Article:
The return of rickets through the Internet
Posted Friday, January 22, 2010

According to British doctors, children who are spending excessive amounts of time using the internet may be at risk for developing rickets due to vitamin D deficiency.

In a review in the latest issue of the British Medical Journal, Newcastle University researchers stated that as a younger generation spends more of its leisure time indoors, vitamin D levels drop, exposing the population to greater risk for the disease, and a rise in its occurrance, which had been all but ended in modern times. Not long ago, rickets was a condition associated with extreme poverty and starvation not the affluence of the modern industrialized societies.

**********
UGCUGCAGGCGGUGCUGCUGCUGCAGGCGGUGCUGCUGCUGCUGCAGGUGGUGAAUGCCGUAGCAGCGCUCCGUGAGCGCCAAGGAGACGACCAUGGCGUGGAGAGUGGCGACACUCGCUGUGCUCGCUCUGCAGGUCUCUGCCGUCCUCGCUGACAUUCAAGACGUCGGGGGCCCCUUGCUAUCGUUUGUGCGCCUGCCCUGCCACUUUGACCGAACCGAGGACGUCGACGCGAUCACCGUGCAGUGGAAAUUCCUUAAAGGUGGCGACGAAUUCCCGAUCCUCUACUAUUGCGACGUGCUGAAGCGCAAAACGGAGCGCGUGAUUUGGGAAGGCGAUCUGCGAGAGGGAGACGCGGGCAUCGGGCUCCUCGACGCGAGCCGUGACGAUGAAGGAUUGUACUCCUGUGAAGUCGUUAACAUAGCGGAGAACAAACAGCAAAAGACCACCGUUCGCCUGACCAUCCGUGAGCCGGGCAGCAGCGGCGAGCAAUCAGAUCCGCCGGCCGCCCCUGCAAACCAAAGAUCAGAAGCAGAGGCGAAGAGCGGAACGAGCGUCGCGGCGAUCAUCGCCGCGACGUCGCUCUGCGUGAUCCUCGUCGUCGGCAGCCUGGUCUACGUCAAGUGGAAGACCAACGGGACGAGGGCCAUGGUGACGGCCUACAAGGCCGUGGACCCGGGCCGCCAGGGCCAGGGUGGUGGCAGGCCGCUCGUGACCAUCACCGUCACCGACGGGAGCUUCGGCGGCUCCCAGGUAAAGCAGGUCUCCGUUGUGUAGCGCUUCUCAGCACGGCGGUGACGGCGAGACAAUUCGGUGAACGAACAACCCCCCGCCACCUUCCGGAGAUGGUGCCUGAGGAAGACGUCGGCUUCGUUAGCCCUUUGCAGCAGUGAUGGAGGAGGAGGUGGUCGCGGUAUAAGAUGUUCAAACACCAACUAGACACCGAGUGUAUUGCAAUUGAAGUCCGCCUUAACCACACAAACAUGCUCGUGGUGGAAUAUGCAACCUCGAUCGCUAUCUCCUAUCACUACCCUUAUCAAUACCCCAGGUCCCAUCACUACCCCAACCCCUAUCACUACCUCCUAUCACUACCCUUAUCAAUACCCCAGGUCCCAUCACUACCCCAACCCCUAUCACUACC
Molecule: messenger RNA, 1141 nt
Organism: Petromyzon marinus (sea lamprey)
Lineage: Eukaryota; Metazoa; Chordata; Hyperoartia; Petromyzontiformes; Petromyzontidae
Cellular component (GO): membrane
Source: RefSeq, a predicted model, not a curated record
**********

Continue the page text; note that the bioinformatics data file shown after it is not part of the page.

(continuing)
The authors of the study suggested "fresh air", adding new regulations to fortify milk products in the UK, and/or other dietary supplementation.

DSIB: Vitamin D

British Medical Journal: Diagnosis and management of vitamin D deficiency

BBC: Newcastle University experts want Vitamin D put in food

Guardian UK: Rickets warning from doctors as vitamin D deficiency widens

Times Online: TV and computer games blamed for return of rickets

Press Association: Rickets rise for inactive children

 

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